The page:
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treeview & data

I am working on an application that uses the treeview widget. Each child in the treeview is tied to some real data that can be displayed and modified. To give you a visual, think of it like a primitive email client where the treeview root is the name of the user, and all the children of the root are emails the user received (let's just assume a single level for now). Doubleclicking on a leaf brings up the email text.

I am trying to use the MVC pattern to keep data processing away from the GUI, however, I am having problems in this particular case.

Firstly, picture this. I have a controller class (C++) that creates and owns all the GUI objects (views) and the engine. In effect, the controller is the top-level object. It listens (observer) to the GUI objects for any events (user input and otherwise) and makes engine API calls to process these events. It also directly accesses the GUI elements to update their data.

For example, if the user selects a leaf in the treeview, and hits "del" on the keyboard, the treeview sends a message to its observer (controller), which tells the controller to delete the data, and delete the leaf from the treeview. No calls to the engine in this case.

Now onto my problem. I seemingly had two options in terms of keeping track of the data (the emails):

1) Attach them directly to the treeview leaves.
2) Keep the data in a list (in the engine) and somehow find a way to link it to the treeview.

I ended up picking #1 simply because #2 was too cumbersome. The treeview architecture isn't the easiest thing to implement with linear data structures like lists and such.

In order to stick with the MVC pattern, the treeview does not do any data handling itself. It notifies the controller which makes engine API calls to add/delete data to the treeview or modify what's attached.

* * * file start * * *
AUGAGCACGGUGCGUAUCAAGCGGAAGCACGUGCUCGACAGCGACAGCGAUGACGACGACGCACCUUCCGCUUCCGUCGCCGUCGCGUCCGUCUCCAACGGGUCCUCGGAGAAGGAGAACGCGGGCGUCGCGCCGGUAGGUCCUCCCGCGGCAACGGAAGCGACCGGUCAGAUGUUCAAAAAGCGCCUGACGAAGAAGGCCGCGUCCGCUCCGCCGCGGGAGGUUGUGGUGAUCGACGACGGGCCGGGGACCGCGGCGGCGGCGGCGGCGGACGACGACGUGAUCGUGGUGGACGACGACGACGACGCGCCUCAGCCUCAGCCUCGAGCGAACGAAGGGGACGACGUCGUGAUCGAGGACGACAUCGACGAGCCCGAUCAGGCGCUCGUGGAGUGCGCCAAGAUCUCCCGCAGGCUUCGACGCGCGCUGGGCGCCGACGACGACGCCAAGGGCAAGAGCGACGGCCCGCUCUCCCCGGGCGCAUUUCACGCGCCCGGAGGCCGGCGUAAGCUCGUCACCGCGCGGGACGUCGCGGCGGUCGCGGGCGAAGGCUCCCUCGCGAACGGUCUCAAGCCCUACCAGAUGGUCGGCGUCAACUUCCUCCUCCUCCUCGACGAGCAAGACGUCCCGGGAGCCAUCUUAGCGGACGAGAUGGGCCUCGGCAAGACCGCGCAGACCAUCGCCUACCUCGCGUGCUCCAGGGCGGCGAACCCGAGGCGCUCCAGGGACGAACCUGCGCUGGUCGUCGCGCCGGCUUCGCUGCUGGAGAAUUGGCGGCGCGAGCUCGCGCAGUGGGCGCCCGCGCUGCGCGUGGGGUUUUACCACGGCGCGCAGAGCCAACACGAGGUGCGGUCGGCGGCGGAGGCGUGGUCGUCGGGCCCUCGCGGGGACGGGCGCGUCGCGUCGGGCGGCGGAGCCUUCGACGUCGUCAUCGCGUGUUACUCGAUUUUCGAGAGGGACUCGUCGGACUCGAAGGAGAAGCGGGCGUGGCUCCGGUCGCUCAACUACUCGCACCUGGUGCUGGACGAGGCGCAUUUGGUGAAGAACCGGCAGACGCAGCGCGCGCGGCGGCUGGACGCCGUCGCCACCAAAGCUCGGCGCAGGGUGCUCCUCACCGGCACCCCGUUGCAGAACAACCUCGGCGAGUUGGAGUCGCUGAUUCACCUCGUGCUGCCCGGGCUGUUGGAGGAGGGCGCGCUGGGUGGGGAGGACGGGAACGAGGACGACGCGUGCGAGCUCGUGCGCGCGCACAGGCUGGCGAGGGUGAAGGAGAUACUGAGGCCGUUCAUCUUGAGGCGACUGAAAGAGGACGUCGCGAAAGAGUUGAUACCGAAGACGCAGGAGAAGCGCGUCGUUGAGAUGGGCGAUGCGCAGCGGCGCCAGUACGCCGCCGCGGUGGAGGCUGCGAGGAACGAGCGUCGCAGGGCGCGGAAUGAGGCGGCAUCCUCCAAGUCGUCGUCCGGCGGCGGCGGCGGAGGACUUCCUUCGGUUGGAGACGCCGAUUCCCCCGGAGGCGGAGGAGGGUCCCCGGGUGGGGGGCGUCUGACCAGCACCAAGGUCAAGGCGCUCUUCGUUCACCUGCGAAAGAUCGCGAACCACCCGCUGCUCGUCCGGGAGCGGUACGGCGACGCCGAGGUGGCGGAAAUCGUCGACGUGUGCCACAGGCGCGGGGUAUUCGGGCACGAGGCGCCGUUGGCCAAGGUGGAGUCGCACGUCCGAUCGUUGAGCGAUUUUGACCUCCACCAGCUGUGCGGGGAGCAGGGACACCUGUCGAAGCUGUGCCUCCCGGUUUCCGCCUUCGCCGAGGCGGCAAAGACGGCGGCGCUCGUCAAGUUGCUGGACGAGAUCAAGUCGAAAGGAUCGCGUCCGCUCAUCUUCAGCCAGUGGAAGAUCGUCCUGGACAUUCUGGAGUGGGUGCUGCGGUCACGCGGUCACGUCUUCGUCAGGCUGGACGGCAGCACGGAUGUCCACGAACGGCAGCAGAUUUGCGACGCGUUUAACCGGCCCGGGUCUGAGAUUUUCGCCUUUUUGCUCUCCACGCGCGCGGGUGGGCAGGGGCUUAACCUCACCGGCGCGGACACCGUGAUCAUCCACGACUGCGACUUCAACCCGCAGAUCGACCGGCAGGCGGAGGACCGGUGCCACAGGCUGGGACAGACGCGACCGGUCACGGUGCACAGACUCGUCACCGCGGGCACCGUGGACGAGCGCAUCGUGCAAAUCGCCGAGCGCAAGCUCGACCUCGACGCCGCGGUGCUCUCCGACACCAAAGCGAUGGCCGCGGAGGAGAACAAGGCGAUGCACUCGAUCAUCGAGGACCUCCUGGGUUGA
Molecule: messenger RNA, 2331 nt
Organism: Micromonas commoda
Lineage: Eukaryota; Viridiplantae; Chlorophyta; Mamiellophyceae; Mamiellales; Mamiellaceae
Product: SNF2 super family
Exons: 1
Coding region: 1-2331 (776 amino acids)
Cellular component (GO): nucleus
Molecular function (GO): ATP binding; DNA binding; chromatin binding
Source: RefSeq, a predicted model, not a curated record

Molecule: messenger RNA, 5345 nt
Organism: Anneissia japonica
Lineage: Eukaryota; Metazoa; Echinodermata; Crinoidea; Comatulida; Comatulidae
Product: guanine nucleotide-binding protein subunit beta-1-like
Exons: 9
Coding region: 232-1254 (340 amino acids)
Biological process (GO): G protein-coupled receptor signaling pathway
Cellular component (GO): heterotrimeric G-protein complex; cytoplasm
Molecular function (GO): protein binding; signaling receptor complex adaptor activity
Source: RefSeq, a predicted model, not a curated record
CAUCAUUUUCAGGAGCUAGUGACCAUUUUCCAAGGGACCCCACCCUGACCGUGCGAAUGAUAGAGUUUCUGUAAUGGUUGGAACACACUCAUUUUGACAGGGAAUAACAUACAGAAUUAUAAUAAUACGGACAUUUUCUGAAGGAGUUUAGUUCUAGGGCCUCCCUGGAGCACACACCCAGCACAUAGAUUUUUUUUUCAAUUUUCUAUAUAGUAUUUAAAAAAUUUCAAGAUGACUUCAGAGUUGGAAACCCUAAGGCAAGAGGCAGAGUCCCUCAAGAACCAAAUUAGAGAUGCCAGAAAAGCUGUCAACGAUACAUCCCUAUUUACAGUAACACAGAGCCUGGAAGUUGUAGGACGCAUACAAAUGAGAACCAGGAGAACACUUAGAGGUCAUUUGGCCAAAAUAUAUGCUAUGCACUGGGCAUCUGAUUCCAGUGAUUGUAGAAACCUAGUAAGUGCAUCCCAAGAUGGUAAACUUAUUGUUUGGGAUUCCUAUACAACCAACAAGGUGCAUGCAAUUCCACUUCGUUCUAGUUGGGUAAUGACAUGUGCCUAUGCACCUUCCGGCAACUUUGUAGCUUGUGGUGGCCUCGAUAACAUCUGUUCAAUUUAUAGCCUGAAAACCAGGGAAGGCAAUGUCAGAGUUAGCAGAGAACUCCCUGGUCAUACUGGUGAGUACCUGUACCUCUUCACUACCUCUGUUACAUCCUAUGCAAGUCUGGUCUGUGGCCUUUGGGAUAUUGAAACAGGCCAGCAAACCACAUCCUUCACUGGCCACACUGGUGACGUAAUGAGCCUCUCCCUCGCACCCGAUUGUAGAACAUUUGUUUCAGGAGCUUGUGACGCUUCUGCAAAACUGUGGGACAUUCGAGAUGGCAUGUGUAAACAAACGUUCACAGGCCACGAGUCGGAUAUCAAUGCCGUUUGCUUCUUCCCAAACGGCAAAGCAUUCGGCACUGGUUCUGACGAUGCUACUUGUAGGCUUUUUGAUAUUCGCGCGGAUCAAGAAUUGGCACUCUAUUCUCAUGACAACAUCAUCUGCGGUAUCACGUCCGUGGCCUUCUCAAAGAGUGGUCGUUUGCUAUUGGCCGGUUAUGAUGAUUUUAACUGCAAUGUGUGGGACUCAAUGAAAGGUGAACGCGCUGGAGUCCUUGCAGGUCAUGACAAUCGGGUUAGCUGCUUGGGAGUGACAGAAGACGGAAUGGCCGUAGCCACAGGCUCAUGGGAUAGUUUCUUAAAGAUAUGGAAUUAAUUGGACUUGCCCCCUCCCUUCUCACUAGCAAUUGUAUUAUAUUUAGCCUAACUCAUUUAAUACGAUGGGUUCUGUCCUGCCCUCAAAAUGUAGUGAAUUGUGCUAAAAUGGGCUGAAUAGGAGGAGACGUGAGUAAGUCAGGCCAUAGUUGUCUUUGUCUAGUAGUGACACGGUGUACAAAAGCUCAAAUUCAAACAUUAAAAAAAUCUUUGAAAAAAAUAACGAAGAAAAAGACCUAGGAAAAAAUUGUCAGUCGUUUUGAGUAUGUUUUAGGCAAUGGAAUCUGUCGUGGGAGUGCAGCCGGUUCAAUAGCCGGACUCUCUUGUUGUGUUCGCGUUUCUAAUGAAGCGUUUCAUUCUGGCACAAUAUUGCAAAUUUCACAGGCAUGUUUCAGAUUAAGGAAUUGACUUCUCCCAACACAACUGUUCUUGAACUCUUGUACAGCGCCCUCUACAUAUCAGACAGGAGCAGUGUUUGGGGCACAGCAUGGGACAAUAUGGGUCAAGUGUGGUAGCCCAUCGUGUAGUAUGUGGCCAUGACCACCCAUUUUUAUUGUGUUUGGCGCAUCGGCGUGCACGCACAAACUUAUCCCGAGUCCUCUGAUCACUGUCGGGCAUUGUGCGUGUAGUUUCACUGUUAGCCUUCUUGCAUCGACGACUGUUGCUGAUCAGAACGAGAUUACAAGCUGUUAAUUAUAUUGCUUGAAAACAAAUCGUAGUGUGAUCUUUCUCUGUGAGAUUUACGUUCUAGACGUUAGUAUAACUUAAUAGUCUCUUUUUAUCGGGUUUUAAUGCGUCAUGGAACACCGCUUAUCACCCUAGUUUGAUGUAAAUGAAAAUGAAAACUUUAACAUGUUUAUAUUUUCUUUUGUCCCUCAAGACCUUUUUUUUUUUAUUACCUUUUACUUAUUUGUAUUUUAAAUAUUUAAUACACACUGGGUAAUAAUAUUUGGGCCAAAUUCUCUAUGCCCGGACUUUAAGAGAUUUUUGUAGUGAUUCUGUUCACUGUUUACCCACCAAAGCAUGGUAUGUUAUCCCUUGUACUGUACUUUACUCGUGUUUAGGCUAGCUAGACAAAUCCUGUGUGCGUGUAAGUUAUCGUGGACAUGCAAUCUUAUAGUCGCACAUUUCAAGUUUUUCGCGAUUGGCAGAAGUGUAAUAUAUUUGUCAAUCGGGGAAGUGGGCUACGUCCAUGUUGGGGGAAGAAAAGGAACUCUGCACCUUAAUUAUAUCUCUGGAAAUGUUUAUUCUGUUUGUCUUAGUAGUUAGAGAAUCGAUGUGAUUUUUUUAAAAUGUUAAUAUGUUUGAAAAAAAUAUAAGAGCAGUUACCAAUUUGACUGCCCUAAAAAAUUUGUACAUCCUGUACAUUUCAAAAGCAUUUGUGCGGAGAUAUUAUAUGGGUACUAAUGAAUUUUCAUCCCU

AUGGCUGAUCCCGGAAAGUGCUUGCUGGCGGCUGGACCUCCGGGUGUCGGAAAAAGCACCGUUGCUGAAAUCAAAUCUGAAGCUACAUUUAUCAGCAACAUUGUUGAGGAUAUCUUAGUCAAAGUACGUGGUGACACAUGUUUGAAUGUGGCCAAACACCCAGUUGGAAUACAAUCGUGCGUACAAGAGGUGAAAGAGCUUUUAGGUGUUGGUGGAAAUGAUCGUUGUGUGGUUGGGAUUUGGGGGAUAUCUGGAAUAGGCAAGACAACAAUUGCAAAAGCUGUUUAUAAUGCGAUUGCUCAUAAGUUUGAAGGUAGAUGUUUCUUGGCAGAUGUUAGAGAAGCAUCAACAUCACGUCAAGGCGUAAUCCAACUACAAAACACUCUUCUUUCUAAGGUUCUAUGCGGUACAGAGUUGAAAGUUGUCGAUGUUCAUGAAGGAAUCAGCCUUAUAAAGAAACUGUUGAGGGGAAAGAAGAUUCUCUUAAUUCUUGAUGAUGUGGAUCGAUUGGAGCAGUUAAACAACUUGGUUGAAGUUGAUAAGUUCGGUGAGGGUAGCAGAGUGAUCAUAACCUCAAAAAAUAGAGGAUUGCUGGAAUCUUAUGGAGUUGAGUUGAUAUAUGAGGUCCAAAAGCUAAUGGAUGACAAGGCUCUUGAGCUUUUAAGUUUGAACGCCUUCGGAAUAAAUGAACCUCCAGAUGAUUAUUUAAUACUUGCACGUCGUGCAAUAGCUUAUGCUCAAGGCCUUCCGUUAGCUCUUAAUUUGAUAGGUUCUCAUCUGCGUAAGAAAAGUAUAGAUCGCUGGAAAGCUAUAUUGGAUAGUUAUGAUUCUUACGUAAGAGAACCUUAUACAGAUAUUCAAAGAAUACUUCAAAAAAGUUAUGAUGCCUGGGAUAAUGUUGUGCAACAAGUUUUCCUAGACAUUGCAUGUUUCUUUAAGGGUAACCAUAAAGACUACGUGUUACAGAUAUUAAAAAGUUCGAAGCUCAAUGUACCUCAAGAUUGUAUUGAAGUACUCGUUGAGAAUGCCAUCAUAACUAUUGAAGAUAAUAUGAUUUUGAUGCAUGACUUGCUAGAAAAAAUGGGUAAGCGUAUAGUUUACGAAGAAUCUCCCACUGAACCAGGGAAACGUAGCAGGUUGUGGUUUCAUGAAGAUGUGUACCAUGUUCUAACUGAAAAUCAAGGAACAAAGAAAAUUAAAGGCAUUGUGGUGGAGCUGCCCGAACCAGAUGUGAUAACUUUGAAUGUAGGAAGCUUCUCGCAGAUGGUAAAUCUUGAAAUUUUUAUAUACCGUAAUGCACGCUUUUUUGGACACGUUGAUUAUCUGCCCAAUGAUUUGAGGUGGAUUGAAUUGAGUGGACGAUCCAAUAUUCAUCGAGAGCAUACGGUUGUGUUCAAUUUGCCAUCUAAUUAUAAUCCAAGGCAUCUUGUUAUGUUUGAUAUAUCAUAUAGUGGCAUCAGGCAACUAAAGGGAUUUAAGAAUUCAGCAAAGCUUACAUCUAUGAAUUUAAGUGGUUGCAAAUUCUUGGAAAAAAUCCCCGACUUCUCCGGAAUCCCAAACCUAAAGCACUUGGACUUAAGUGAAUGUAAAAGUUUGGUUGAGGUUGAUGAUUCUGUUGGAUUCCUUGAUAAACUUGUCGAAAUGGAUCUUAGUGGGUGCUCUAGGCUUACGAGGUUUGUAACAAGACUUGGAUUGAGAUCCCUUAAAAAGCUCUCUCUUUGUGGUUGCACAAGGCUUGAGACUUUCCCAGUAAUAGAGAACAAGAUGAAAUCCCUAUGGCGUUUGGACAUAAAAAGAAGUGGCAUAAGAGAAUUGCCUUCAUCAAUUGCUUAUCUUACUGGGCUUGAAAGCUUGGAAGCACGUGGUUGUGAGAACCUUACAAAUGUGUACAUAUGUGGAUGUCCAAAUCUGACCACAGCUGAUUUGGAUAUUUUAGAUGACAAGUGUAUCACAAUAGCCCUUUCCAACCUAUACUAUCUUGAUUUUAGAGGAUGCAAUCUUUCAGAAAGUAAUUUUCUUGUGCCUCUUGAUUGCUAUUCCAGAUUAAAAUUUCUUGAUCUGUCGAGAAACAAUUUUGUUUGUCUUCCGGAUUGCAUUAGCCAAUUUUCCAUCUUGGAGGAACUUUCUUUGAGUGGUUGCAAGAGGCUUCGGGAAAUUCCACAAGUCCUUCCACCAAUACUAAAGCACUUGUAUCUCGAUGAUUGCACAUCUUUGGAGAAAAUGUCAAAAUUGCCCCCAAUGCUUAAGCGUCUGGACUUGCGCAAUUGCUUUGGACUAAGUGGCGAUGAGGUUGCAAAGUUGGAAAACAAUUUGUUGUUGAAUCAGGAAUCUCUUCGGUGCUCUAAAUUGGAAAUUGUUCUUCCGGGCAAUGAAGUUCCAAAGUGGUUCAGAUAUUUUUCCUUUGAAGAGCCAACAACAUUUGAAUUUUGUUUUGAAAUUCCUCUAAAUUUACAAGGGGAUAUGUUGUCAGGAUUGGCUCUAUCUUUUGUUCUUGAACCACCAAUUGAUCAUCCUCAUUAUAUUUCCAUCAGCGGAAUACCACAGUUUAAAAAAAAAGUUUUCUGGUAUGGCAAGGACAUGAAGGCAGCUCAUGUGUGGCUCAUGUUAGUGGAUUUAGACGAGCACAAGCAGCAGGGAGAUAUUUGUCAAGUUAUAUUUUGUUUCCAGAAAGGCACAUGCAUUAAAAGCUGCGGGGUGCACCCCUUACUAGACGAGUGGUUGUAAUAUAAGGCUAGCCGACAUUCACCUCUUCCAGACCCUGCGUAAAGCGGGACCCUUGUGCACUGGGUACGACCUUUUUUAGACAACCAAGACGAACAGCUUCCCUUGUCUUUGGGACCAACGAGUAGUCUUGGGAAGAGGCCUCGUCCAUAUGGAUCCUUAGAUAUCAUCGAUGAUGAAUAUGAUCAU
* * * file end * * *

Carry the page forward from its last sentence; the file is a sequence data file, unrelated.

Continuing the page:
I've never worked with the treeview control before, and even though the path that I took looks OK, I still don't like the fact that the treeview holds the data. I somehow feel like the engine should be in charge of the data, but I couldn't make that work easily.

If you've used the treeview widget extensively, could you comment on what I've done and how I might be able to improve it? I'd be greatful for your ideas and comments.

Thank you!
newbie coder
Monday, August 01, 2005
 
 
It would really help to know WHICH treeview you're talking about, and which OS you're on, and which language/environment you're working in, etc.
Chris Tavares Send private email
Monday, August 01, 2005
 
 
I don't understand your setup.  The treeview should be just a facade for the actual tree of data, which should be in the "model" part of the MVC pattern.  That seems to be your "engine."

So when you hit delete on a leaf, it should notify the controller, which should have the model delete the appropriate data item, and should then have the treeview update itself from the model's updated data.  The treeview update code should either update itself entirely each time (probably not the best, but easy to program), or should be able to figure out what's changed, based on the passed-in data model, and should add/update/delete the appropriate GUI items.
Kyralessa Send private email
Monday, August 01, 2005
 
 
After writing that, I see that you're trying to keep data out of the treeview.  But you say that in case of a delete, there are no calls to the engine, and I don't get what you mean by that.  You say the controller is deleting the data, but where is the data it's deleting?
Kyralessa Send private email
Monday, August 01, 2005
 
 
> It would really help to know WHICH treeview you're talking
> about, and which OS you're on, and which
> language/environment you're working in, etc.

- Win2K/XP
- Visual C++ 6.0
- CTreeCtrl

> So when you hit delete on a leaf, it should notify the
> controller, which should have the model delete the
> appropriate data item, and should then have the treeview
> update itself from the model's updated data.

I could have done that, but that means the treeview is a "view" to the data that resides elsewhere. For a few leaves, it might be OK to update the entire tree, but what if there are hundreds of leaves? Updating the entire tree a little too much.

> The treeview update code should either update itself
> entirely each time (probably not the best, but easy to
> program), or should be able to figure out what's
> changed, based on the passed-in data model, and should